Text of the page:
Steamlined and efficient artificial-intelligence assisted underwater video analysis
The Scottish Government seeks to develop demonstrably sustainable aquaculture which places enhanced emphasis on environmental protection […and] to reform and streamline regulatory processes so that development is more responsive, transparent and efficient. Our ‘SEA-AI’ research will enable the collection of high-quality seabed-imagery and its rapid, cost-effective analysis that will facilitate consistent and transparent decision-making to the benefit of the entire Scottish aquaculture sector and beyond. SEA-AI has the direct involvement of both industry and regulators.
The ‘Strategy for Marine Nature Conservation in Scotland’s Seas’, was developed as part of delivering obligations under the Marine (Scotland) Act 2010 and requires the identification and protection of Priority Marine Features (PMFs). Under the National Marine Plan (2015), key regulatory and advisory bodies such as SEPA and NatureScot (NS) must consider PMFs in relation to evaluating proposed marine developments including fin-fish aquaculture. PMFs particularly relevant to aquaculture-impacts include beds of maerl and bivalves, northern sea fan and sponge communities, seagrass beds and polychaete aggregations. The analysis of seabed video footage plays a key role in the assessment of likely impacts of planned aquaculture developments (including expansion proposals) to PMFs. To make this assessment, SEPA/NS require applicants to submit video footage of the seabed around the proposed development site. Currently, in assessing the application, the supplied footage is manually reviewed, sometimes frame-by-frame, a task which is time-consuming, costly, subject to analyst-bias and which can result in rejections (and re-survey requirements) where it does not meet quality standards. Under new (draft) guidelines, SEPA is quadrupling the amount of seabed imagery required in support of site expansion proposals and developing new sites.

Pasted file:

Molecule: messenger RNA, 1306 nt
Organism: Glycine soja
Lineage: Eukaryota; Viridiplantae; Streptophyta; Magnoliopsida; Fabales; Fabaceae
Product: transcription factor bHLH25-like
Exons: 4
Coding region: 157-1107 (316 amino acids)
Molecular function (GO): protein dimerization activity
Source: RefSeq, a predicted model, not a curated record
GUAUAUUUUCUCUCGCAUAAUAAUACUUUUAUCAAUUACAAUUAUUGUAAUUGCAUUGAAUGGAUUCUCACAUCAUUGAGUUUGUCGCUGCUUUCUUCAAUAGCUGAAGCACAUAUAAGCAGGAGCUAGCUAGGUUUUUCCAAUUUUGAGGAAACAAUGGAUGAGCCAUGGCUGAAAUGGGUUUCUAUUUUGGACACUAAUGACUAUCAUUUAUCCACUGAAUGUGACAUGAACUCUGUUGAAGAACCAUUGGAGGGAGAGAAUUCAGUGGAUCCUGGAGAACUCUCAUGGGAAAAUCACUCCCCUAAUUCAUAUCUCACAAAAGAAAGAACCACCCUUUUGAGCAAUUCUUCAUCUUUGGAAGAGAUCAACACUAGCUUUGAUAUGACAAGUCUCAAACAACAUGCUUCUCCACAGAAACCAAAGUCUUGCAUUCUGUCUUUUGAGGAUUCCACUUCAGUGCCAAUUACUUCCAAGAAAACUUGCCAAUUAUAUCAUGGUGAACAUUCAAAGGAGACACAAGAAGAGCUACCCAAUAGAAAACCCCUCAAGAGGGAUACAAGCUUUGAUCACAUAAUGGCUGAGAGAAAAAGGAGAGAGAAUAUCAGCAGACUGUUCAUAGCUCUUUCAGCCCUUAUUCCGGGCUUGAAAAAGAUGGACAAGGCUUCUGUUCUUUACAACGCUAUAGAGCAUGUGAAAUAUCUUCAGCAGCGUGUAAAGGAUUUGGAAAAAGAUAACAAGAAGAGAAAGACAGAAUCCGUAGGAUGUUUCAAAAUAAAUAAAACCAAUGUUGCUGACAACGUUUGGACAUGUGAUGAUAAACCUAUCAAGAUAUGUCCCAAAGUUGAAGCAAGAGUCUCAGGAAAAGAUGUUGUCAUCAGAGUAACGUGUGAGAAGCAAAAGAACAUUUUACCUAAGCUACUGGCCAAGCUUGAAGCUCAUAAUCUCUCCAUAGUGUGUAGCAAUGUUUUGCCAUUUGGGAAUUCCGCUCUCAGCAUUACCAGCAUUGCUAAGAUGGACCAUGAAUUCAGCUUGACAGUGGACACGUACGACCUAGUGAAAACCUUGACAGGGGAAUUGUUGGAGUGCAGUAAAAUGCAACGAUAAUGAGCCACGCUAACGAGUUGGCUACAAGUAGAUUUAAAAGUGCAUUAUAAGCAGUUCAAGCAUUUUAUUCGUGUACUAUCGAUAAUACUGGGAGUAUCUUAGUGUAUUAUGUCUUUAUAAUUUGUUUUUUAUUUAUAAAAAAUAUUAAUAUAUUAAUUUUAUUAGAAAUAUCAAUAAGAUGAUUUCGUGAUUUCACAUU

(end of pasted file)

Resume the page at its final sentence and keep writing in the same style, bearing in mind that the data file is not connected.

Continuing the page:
Recent innovations in artificial intelligence (particularly convolutional neural nets, CNNs), have revolutionised image analysis.
Our challenge is to develop protocols and algorithms enabling cost-effective, accurate, rapid, and consistent seabed-image collection and analysis that will facilitate timely, transparent decision-making.
We will meet our challenge by developing standardised procedures for:
1. Image (data) capture ensuring that the imagery is of sufficient quality for CNN-assisted assessment
2. Video quality checking and the generation of corrected geo-referenced orthomosaics
3. The use of CNN machines to assist human experts in the identification of PMFs (both biotopes and key taxa).
Working with our partners, SEPA, Nature Scot and Scottish Sea Farms, we will embed these new approaches into the sector via SEPA/Nature Scot published guidance documentation and will make available the trained CNN to any user. By demonstrating the potential of CNNs, we will deliver a transformation in the demonstrably sustainable development of the global aquaculture sector including that based in Scotland.
During SEA-AI we will deliver image quality assessment algorithms (A), and generate geo-referenced ortho-mosaics (B, survey track and detail from track illustrated).
At SAMS we are continuing to develop AI machines to distinguish taxa: from raw images (left) we develop machines by training them on 20 – 100 annotated images (centre). The taught-machine is then assessed against the classification (shown as 3 separate colours in this model) it makes on images it has not previously ‘seen’ (right).
Role of SAMS on project
Developing deep-learning neural nets (artificial intelligence) to assist in underwater video characterisation